I used to hate travelling back home to Ireland at Christmas. A cold slow train from London, the Holyhead hall of hell and then, of course, the ferry. Never a good start to the season of joy and goodwill. Then budget airlines were born onto us. They cried “Oh come all ye faithful”, and we followed the star to far-off airports to guide us home, and all was well with the world.
Until I went and got me a conscience. My 2007 New Year’s resolution was to swap the plane for the train whenever possible. So far so good, until the impending Christmas trip home and the ghost of Christmas past reared its ugly head. It was hard enough when I was travelling alone, but now I have two young children. Just as my finger hovered over the ‘check flights’ button, my eco-warrior son Louis reminded me, “No train no gain, Mum”. I had to have faith in the Virgin. Train that is. Not prepared to risk ruining Christmas, however, I did a test trip in September for my son’s birthday.
We got off to a bad start just booking the trip. It was a logistical nightmare until I discovered the wonderful SailRail agency. So I advise you to avoid all cyber conniptions and go straight to them, talk to helpful humans who tell you all you need to know and then actually book it for you.
We left London Euston at 9am and within minutes were lashing through luscious English countryside. We had reserved seats facing each other, and settled into our warm, comfortable nests for the four hour journey to Holyhead. A fellow Dub, travelling from Edinburgh, told me she no longer flies home. “It’s better for my head. I like to take time to think about where I am going, what I am going to do when I get there”. On this journey, we chatted, planned the birthday party, played cards and read. As he took in the sights, Louis asked “Why don’t grown ups look out the window Mum? Is it just a child thing?” I looked at everyone wired to some device, determined to shut out the world around them, and switched off my mobile.
This was a direct train and soon after lunch (the sandwiches are almost gourmet compared to the processed cheese of yesteryear), the sea came into view. I kept a nervous eye on the waves which, despite the calm, were not enough to quell my memories, and I stuffed sea sickness remedies down all our throats. We arrived with plenty of time to board, and walked off the train into a clean and modern terminal. A Donegal man who makes the trip six times a year, told me, “It breaks my heart. We had all been begging for a new terminal for years. Now it’s here and it’s empty. It was a cattle market before, dirty and full of drunks”. Sounds like Stanstead on a bad day, I thought.
As we checked in our luggage, (no more hauling your bags around the boat), I didn’t have to remove shoes, belts, hand in bottles of water or expensive handcreams. And no queue. We walked through a covered walkway to the boat and boarded the vast Irish Ferries’ Ulysses, with cinema, restaurant, shop and endless rows of comfy seats. The waves were kind to us, and we all dozed off only to be woken by a cacophony of ringtones telling us were welcome to Ireland.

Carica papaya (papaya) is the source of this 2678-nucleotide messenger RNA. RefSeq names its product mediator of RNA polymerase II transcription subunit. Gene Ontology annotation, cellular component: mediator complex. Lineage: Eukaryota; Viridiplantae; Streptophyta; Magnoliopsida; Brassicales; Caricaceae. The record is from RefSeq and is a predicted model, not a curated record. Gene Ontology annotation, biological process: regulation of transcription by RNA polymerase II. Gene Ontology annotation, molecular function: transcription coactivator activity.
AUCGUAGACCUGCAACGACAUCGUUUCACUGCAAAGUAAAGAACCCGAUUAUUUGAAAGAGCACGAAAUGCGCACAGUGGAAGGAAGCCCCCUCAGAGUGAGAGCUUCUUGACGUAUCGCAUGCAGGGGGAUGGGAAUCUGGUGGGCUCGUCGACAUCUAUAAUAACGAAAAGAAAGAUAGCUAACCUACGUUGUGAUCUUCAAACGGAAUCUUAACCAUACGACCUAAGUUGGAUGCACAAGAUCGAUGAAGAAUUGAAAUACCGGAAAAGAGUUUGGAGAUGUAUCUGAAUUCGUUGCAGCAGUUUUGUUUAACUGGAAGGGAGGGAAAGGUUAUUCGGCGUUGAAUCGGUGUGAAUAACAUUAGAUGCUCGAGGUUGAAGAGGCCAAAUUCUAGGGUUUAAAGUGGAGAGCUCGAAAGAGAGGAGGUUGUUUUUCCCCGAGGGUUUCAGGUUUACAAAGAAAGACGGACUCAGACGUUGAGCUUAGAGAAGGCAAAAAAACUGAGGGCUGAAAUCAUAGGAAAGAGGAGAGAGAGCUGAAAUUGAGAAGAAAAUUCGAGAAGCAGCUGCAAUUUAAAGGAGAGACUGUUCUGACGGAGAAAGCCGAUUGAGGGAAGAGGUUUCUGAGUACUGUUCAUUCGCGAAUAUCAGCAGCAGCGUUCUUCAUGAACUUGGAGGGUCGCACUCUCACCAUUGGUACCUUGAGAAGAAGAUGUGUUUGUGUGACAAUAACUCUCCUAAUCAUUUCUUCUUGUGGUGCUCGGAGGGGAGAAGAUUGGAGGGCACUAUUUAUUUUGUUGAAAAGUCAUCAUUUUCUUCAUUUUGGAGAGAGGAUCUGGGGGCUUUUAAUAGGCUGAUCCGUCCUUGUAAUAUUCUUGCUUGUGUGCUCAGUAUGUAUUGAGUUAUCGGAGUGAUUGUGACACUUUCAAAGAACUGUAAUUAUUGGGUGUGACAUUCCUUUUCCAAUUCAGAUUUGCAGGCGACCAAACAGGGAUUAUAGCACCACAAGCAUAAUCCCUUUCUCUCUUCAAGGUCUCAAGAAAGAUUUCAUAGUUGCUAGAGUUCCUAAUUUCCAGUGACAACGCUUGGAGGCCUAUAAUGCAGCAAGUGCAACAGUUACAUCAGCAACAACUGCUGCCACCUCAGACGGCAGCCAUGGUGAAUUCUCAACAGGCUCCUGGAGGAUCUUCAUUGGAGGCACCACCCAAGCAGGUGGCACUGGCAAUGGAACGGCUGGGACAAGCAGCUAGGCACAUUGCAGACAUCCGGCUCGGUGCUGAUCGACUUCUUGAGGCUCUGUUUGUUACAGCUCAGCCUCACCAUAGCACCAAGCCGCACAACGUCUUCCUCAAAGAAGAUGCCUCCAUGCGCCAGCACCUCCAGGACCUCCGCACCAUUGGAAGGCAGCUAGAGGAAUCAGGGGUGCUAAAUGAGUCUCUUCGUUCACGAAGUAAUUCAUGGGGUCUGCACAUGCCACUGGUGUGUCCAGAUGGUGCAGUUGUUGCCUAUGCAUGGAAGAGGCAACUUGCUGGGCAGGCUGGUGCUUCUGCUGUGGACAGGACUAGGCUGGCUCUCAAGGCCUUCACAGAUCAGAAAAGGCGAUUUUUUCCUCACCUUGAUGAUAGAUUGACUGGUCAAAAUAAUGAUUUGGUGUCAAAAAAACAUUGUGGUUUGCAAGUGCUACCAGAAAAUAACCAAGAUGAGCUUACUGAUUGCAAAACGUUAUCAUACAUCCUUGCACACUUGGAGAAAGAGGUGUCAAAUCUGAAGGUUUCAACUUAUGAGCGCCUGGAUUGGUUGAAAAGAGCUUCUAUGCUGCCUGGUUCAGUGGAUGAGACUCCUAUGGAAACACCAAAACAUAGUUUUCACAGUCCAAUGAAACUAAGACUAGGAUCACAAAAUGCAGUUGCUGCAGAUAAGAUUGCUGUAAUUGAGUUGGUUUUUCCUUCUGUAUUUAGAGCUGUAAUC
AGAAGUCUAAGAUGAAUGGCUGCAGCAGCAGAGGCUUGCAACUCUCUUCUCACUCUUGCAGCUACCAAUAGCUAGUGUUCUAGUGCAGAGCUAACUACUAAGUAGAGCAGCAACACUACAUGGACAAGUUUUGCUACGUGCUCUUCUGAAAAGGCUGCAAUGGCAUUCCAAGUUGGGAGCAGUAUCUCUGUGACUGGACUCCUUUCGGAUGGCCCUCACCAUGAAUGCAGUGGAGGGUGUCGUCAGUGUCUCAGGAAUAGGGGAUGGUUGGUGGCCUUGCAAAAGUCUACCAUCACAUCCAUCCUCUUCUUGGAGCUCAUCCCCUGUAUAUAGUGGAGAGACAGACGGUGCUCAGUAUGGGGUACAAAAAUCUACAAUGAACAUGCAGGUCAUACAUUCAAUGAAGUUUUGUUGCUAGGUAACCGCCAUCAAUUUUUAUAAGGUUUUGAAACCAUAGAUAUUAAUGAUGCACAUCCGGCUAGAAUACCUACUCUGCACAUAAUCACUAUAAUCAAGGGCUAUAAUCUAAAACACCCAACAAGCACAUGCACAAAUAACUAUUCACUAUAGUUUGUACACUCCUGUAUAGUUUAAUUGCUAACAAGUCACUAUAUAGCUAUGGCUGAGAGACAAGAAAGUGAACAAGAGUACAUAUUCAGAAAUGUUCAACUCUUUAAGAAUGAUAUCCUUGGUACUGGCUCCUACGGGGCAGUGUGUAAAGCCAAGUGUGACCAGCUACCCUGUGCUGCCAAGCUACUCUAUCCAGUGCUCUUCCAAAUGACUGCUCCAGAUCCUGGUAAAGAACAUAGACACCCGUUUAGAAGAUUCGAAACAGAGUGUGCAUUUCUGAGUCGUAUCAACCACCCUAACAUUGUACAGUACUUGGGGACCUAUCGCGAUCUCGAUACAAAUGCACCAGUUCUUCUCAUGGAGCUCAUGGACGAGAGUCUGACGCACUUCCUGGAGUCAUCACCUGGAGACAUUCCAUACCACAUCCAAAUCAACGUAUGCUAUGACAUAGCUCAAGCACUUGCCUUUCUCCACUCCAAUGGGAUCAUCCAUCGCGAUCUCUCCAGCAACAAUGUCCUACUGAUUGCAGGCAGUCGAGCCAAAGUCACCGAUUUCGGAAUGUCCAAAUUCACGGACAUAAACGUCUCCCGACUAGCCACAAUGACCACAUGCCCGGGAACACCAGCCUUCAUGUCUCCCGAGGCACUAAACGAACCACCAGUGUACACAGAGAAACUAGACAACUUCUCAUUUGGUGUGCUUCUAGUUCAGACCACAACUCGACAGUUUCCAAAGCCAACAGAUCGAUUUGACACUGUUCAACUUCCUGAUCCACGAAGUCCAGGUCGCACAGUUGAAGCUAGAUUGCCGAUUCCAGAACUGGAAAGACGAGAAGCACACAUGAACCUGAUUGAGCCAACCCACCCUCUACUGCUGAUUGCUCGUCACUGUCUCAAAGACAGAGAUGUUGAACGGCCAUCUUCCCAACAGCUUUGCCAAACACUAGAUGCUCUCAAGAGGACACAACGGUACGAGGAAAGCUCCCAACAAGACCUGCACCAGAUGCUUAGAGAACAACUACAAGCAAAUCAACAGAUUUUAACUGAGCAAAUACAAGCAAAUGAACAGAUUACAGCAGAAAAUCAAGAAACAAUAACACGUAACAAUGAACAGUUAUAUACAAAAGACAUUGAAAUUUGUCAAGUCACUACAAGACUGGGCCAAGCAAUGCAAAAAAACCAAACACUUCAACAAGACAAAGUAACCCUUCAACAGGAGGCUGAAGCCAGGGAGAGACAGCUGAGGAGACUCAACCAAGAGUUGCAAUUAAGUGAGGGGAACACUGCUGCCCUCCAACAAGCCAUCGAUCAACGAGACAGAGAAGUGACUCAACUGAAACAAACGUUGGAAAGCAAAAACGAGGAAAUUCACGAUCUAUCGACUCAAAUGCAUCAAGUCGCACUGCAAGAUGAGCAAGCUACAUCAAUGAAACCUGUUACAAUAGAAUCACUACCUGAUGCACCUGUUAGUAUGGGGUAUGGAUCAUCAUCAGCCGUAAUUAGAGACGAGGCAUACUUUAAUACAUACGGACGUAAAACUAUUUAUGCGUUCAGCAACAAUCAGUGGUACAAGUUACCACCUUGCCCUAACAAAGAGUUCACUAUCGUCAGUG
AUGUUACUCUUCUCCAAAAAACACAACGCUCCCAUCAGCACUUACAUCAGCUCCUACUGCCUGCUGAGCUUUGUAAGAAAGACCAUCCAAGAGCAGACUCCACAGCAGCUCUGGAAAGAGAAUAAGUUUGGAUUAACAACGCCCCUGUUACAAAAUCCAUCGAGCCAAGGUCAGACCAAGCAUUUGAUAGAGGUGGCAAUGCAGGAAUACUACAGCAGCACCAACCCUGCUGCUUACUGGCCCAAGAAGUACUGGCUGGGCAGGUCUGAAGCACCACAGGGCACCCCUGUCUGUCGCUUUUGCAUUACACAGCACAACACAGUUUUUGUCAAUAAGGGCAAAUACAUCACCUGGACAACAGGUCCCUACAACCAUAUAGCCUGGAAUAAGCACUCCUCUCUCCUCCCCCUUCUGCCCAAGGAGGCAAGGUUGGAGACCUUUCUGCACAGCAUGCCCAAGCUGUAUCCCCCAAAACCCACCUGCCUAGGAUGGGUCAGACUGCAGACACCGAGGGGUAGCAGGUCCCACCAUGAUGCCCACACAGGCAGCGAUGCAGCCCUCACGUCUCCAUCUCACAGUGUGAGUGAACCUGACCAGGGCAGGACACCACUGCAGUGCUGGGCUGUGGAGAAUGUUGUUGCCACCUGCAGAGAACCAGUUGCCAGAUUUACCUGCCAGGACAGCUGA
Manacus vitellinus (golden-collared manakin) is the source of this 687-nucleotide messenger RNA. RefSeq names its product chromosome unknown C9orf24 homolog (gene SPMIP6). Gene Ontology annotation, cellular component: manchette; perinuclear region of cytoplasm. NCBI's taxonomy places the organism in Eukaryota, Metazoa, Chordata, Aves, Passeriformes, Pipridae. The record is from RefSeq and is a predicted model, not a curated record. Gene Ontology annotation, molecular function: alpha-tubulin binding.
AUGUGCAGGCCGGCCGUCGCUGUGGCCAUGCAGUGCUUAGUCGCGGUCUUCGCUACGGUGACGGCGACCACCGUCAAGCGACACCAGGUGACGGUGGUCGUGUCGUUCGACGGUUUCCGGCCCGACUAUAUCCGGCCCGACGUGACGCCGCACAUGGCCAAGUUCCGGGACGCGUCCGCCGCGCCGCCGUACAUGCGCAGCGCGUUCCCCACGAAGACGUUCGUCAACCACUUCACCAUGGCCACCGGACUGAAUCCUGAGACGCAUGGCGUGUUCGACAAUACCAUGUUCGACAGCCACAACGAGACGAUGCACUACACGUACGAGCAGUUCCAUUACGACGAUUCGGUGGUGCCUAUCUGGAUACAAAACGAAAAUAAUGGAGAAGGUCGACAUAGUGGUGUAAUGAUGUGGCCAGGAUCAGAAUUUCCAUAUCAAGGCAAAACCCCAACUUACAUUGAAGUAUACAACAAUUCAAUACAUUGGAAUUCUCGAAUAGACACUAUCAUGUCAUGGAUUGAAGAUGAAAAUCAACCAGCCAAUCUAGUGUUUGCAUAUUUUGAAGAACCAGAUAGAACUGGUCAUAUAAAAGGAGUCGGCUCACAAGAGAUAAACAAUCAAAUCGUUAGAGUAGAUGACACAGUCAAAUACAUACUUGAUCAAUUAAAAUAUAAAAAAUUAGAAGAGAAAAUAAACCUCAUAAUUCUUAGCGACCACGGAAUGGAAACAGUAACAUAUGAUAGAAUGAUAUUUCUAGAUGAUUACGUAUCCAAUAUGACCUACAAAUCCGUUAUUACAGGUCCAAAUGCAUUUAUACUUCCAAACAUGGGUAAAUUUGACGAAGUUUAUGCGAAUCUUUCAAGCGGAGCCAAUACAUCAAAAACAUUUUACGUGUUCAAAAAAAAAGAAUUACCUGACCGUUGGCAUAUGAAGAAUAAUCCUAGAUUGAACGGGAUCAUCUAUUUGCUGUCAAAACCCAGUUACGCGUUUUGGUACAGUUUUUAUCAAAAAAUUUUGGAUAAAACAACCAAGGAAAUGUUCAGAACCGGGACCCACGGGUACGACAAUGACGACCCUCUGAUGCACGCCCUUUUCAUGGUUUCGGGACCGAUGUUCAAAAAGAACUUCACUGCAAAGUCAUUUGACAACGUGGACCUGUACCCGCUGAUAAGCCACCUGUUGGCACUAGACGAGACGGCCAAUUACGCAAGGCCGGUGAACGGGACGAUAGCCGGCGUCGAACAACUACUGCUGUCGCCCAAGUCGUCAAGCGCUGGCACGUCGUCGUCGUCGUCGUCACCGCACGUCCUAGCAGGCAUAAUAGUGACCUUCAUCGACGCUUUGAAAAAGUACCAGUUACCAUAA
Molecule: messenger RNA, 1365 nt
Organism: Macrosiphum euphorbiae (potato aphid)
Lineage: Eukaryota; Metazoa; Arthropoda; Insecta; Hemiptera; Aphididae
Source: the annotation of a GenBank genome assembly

Up on deck, the site of the red and white chimneys as we coasted into Dublin, dead on time at 17.25, invited a round of the Irish rugby anthem from my boys, at gloriously full volume into the wind. It was one of those cosy ‘good to be home’ moments, which you definitely don’t get on the plane. Nor do you get home so easily. We had hired a car for the weekend, and Dan Dooley, the only rental company at Dublin port offers a ‘meet and greet’ service. We disembarked, had bags in hand five minutes later, hopped into the car (I tried to get a hybrid, but none available to date) and were home in time for the RTE news and cup of tea.
After a successful weekend of partying, we sped off on the Catamaran at 9am Monday morning. My sons were the green ones this time, sick bags held tightly to their faces for the duration. Luckily, the journey was quick and the minute we stopped they were right as rain, not hesitating to down a couple of Holyhead hot chocolates as we sat out the hour long wait for the train. This time the train had one change. At Crewe. An elderly Galway man announced, smiling, “Ah sure, I wouldn’t feel I’d been in Ireland if I didn’t have to change at Crewe”. It was a quick turnaround, and the waiting room was warmer and cleaner than I remembered. We got to London ahead of the rush hour, jumped on a tube, and were home in time, again, for tea.
One carbon calculator tells me that my rail/air family footprint would have been 1.31 tonnes, compared to 0.42 for rail/sail to Dublin. A significant difference. I do believe that our dependence on short haul flights has got out of hand. But my efforts to be a more responsible traveller have taught me one more thing. Time is of the essence. Taking more of it, that is. As we snuggled up on the last leg of the journey, told stories, played chess and, yes, just looked out the window, I vowed to book the Christmas trip as soon as we got home. The ghost had definitely, been put to rest.
For Rail Sail Bookings from on any Irish route, see www.sailrail.co.uk, or phone UK number + 44 8450 755755. Note, there is no Irish office, so you need to give ten days for postage of tickets. Adult return sail/rail fares from £52 for adult and £13 for a child.
For ‘meet and greet’ car hire at Dublin port contact Dan Dooley, Tel: +353 62-53103 or see www.dan-dooley.ie
(This article appeared in Ireland’s Sunday Tribune, 28 October 2007)